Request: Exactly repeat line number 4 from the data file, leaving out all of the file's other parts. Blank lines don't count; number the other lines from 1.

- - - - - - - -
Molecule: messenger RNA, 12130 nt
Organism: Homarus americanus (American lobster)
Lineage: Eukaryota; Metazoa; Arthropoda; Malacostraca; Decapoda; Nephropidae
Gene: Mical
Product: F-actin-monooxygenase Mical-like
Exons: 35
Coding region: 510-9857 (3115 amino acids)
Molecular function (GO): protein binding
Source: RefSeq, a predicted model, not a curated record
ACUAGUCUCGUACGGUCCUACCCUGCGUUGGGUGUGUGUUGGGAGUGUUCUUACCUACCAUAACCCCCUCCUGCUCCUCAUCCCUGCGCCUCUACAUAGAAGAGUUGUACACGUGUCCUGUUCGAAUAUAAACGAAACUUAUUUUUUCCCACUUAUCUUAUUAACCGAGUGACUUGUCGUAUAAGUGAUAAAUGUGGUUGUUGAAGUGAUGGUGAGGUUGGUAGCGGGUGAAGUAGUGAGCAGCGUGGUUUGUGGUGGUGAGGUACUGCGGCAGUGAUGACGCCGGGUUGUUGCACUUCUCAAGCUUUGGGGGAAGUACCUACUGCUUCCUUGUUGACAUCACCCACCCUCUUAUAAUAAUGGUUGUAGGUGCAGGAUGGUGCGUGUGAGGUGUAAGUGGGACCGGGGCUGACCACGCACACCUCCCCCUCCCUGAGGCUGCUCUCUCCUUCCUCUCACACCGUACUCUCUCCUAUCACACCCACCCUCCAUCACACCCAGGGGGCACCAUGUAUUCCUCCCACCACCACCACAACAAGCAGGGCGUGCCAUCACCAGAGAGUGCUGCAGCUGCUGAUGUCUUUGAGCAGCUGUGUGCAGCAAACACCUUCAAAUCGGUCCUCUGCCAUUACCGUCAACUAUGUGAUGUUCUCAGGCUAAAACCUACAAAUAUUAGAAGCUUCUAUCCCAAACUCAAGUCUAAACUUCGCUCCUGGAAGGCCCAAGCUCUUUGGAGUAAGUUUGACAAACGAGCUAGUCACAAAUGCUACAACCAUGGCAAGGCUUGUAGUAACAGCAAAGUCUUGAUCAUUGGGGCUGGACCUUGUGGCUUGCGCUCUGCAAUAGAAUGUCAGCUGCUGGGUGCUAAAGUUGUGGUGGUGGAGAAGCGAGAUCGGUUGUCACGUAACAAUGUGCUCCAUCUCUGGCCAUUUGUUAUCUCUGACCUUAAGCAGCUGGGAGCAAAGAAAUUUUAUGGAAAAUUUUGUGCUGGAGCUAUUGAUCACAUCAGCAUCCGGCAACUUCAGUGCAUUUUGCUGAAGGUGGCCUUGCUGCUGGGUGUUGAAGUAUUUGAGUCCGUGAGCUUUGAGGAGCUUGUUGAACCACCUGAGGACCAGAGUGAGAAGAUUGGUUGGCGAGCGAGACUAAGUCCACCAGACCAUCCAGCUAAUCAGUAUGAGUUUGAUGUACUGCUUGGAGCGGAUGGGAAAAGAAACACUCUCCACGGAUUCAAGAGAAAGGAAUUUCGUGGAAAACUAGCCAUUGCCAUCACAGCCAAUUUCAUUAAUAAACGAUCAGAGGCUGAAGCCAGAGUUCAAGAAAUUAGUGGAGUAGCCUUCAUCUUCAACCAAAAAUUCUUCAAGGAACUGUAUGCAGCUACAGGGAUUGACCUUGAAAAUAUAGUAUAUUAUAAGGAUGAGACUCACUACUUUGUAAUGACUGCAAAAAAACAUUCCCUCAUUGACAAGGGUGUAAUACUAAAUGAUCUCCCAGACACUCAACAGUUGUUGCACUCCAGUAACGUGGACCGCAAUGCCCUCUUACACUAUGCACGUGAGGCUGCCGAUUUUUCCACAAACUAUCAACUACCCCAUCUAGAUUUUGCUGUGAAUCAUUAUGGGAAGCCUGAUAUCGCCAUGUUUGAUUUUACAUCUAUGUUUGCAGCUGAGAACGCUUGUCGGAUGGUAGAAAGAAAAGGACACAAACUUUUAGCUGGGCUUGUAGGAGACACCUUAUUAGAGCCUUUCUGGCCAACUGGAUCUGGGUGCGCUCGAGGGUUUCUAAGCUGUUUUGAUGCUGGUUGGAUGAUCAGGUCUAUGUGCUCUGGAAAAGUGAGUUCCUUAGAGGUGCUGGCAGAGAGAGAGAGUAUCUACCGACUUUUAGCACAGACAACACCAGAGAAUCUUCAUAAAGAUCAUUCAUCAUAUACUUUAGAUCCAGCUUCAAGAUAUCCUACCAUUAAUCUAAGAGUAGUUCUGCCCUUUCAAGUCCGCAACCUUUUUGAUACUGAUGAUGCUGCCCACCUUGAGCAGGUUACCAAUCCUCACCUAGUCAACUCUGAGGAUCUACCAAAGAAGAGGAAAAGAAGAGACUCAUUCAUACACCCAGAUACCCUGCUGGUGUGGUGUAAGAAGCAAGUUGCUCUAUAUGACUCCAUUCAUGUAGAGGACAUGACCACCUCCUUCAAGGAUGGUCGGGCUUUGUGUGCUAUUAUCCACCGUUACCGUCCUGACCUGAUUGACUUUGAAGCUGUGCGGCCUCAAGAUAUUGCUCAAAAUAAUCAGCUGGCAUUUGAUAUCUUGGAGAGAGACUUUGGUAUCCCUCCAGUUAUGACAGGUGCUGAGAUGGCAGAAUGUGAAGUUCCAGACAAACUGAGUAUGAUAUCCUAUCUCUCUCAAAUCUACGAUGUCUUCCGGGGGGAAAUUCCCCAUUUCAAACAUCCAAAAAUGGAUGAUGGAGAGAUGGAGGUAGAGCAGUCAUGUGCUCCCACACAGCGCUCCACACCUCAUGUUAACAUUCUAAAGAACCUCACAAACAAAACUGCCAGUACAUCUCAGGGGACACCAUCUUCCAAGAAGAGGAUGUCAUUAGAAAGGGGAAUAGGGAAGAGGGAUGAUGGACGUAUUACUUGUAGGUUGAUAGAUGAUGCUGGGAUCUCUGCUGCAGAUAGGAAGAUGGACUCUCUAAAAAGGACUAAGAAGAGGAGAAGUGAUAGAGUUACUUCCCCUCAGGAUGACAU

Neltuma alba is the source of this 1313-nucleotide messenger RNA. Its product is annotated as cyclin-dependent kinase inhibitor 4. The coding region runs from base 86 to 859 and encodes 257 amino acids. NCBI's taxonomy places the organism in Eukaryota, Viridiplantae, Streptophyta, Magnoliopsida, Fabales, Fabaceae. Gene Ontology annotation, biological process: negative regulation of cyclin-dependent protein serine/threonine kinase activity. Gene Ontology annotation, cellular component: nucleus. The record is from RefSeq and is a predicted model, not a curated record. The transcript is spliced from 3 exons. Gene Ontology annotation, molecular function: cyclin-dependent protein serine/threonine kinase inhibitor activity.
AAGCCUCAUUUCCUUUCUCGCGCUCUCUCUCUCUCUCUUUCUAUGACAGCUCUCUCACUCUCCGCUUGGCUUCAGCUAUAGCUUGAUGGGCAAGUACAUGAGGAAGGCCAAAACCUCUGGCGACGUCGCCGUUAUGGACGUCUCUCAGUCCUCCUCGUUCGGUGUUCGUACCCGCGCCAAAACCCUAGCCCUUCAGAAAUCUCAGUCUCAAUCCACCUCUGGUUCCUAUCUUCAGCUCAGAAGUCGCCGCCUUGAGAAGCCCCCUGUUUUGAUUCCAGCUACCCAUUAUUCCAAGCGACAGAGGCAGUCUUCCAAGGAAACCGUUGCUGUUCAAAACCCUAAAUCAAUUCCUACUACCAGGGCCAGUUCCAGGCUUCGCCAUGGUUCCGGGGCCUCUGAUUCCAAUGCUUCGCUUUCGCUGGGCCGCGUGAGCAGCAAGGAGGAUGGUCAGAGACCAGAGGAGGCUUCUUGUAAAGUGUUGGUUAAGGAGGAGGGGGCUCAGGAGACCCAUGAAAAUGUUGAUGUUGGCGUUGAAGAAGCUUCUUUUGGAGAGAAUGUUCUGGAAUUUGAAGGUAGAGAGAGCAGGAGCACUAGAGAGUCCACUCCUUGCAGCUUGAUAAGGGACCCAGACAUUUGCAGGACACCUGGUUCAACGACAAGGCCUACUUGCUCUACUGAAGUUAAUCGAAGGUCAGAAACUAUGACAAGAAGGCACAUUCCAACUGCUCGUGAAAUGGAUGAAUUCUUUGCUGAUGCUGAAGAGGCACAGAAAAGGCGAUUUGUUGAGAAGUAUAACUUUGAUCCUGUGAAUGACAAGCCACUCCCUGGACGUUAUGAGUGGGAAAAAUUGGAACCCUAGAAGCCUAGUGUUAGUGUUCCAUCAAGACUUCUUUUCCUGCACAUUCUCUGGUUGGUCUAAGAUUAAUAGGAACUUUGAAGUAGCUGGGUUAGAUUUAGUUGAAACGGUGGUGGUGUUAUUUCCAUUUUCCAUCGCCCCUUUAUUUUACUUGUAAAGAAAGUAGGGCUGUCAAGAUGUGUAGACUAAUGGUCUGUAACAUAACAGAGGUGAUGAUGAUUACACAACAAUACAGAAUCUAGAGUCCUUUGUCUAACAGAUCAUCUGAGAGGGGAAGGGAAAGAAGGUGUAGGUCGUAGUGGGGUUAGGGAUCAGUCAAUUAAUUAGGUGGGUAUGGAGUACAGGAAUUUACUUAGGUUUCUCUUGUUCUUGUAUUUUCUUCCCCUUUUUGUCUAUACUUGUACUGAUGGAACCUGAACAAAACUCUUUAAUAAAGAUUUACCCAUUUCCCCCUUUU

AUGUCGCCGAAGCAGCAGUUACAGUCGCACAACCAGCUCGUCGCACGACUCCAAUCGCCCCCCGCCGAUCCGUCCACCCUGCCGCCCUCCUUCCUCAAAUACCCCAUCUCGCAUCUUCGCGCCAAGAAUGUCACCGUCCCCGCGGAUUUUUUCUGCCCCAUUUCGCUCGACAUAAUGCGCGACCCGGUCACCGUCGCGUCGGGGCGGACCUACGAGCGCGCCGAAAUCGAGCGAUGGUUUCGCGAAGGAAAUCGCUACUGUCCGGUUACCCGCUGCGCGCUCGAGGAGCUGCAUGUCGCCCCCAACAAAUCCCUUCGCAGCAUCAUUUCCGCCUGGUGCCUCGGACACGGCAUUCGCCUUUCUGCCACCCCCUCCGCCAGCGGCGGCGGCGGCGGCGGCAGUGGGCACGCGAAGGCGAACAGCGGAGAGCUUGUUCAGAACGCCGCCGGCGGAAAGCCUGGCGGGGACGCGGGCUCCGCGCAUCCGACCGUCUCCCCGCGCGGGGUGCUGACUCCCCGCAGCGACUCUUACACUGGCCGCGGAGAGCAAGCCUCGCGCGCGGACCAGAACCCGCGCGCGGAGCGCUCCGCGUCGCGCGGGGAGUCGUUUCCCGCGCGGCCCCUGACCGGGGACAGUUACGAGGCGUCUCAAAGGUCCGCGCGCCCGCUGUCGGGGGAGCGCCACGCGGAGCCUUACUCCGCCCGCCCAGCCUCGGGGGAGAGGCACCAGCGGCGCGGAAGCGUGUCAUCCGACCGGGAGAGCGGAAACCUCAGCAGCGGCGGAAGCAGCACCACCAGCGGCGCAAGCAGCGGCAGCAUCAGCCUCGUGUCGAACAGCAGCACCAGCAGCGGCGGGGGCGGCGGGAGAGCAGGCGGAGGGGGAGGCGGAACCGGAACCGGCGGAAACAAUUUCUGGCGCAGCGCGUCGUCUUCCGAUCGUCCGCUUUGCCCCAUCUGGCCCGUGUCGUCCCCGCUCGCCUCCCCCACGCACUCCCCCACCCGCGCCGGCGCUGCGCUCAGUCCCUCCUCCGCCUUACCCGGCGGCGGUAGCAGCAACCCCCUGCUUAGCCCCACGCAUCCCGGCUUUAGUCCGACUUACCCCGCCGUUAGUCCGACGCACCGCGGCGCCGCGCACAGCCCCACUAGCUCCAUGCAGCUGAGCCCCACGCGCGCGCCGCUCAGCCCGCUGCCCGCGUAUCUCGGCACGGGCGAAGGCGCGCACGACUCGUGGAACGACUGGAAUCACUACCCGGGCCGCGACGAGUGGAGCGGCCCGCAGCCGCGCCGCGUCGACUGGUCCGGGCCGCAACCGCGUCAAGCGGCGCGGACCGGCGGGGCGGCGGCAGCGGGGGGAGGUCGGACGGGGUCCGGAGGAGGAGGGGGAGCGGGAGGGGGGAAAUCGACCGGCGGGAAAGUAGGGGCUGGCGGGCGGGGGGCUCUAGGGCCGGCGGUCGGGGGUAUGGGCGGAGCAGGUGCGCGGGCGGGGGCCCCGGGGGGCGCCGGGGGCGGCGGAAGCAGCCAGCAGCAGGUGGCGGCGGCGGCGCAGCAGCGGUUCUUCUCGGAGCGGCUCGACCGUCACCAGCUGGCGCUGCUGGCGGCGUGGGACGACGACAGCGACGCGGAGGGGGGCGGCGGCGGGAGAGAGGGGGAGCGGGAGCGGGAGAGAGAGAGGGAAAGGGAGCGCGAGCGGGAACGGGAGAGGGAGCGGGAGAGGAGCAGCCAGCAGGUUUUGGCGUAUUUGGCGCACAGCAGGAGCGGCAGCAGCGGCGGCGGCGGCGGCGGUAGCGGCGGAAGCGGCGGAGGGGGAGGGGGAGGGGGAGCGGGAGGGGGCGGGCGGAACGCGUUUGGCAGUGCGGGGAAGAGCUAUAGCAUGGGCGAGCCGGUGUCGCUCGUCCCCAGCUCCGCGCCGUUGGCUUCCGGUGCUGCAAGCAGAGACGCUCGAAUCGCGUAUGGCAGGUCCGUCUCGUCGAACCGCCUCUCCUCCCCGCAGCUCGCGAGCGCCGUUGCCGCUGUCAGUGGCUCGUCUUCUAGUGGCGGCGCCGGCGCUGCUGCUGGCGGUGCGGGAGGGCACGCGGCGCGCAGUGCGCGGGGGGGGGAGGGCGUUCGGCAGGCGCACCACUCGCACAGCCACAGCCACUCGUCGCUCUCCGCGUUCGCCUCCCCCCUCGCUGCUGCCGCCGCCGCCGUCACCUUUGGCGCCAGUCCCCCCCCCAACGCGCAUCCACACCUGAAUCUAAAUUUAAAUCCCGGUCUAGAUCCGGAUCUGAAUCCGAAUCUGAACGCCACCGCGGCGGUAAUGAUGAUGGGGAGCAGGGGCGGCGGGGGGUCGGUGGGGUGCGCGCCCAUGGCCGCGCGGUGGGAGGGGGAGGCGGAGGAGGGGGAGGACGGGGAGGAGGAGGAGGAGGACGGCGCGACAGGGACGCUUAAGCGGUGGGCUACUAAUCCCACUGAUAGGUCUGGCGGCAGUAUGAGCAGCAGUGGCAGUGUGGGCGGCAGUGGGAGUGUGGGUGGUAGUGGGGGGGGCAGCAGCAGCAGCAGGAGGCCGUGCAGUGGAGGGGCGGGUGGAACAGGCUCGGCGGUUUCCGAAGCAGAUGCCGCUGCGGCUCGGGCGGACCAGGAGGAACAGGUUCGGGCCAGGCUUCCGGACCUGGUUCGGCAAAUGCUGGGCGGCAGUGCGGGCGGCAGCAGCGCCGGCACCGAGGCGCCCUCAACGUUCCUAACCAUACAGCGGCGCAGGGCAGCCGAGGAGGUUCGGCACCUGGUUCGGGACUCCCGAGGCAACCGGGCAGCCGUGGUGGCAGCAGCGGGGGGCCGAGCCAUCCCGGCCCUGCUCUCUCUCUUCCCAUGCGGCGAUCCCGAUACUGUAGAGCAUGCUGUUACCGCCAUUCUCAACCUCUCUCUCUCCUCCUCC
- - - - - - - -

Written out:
Gene: Mical